San Francisco is home to the largest Chinatown outside of Asia and spearheaded the development of Chinatowns throughout the United States. Centered on Grant Avenue and Stockton Street, it serves as a hub for Chinese Americans and their immense history, culture, and delicious food.
San Fran's Chinatown | Photo Credit: Wikipedia
Chinatown represents the culmination of Chinese history in San Francisco starting at the Dragon Gate on Grant Avenue: one of the most photographed locations in town. If you are in the area during Chinese New Year in January or February, you can join the New Year Festival and Parade and witness the famous Golden Dragon in action. Or if you visit during mid-September, you can feast on delicious mooncake during the annual Autumn Moon Festival.
New Year Festival Parade | Photo Credit: Fun Cheap SF
To a fuller picture of Chinatown, go on foot and explore the many alleyways in Chinatown. An alley you should definitely check out is Ross Alley once known for brothels and gambling. Another historical alley is Waverly Place, also known as the “Street of Painted Balconies”, with colorful Instagrammable buildings including the Tin How Taoist Temple. Visiting these alleys is the best way to see the evolution of Chinatown with your own eyes.
Waverly Place | Photo Credit: Wikipedia
An iconic location for a snack would be the Golden Gate Fortune Cookie Factory in Ross Alley where you can see fresh fortune cookies being made and buy some for the road. Another quintessential food to try in Chinatown is dim sum. For some of the best dim sum in San Francisco, check out Great Eastern Restaurant on Jackson Street -- even President Obama visited. Or check out one of the newest hotspots for dining in San Francisco, China Live. China Live has everything from a tea café with a great rotating selection of Chinese teas to Eight Tables by George Chen, a master of Chinese food, offering a prix-fixe eight-course tasting menu.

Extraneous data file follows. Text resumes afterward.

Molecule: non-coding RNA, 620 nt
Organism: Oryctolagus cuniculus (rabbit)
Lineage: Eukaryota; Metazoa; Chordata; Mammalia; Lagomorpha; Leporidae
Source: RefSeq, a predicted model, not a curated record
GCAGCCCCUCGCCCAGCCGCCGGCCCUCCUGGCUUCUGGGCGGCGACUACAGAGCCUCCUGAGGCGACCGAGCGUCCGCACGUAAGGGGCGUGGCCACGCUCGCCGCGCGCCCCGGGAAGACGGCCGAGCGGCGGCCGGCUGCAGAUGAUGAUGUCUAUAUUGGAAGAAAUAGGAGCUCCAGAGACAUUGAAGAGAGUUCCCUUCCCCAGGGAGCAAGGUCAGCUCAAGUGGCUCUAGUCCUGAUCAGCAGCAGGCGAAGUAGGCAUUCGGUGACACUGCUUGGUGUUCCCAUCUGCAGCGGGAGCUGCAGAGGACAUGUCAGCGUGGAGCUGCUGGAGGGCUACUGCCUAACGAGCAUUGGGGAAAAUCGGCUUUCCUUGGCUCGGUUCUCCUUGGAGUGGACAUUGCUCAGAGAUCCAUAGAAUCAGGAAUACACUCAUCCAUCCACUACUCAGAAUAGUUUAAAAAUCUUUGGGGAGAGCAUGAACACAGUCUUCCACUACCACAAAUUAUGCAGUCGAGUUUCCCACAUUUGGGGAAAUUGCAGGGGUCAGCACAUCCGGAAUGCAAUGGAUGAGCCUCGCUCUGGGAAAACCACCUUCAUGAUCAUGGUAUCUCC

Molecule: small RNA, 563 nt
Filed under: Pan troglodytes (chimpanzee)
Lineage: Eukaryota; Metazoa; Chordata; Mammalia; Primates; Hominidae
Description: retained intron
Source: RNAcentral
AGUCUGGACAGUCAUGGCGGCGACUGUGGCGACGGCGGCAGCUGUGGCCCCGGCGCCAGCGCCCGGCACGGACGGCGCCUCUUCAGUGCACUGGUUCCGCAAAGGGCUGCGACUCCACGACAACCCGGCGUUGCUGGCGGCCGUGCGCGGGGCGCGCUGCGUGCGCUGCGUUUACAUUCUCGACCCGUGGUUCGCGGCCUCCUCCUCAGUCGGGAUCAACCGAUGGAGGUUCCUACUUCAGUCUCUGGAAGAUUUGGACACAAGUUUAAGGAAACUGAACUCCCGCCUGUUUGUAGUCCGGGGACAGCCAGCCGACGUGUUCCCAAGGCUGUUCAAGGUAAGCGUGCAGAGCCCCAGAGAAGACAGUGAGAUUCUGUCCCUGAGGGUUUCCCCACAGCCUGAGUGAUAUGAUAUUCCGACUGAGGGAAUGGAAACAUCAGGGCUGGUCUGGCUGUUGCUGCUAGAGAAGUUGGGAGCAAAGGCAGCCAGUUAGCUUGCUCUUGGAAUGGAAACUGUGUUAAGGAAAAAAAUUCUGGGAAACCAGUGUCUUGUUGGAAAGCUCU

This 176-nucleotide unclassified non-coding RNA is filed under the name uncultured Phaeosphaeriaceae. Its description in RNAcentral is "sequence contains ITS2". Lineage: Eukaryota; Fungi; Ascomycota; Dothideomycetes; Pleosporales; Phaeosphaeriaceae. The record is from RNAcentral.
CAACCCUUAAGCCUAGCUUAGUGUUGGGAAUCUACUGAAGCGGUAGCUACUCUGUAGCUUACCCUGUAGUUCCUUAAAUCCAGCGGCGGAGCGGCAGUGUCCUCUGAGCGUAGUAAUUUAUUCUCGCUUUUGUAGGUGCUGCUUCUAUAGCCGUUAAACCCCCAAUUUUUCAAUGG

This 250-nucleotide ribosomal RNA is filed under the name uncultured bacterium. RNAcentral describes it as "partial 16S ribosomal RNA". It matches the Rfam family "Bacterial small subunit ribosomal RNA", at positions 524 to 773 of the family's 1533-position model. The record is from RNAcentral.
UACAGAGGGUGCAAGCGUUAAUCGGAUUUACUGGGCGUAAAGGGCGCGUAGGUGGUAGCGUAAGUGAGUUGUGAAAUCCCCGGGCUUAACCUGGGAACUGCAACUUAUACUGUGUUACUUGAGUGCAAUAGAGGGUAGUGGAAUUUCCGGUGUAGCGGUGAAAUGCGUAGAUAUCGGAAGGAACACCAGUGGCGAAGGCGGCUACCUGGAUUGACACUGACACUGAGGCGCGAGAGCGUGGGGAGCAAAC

Golden Gate Fortune Cookie Factory | Photo Credit: The Bold Italic
If you want to unwind and relax after a long day of exploring, stop by Li Po Cocktail Lounge for its famous Chinese mai tai. Another historical bar to visit is Vesuvio Café popularized during the Beat Generation with visitors including Allen Ginsberg.
Li Po Cocktail Lounge | Photo Credit: Eater SF
In Chinatown, you can find an abundance of niche shops including Ming Lee Trading, Inc. where you can find all the Asian snacks you desire. You can also drop in at Chinatown Kite Shop and feast your eyes on an assortment of beautiful kites. However, if you want to explore a variety of goods from small trinkets to antique furniture, Old Shanghai and Canton Bazaar are two big emporiums worth checking out.
Canton Bazaar | Photo Credit: cityseeker
Union Square: 10 minutes by car
Fisherman’s Wharf: 10 minutes by car
San Francisco Airport: 40 minutes by car
Golden Gate Park: 20 minutes by car
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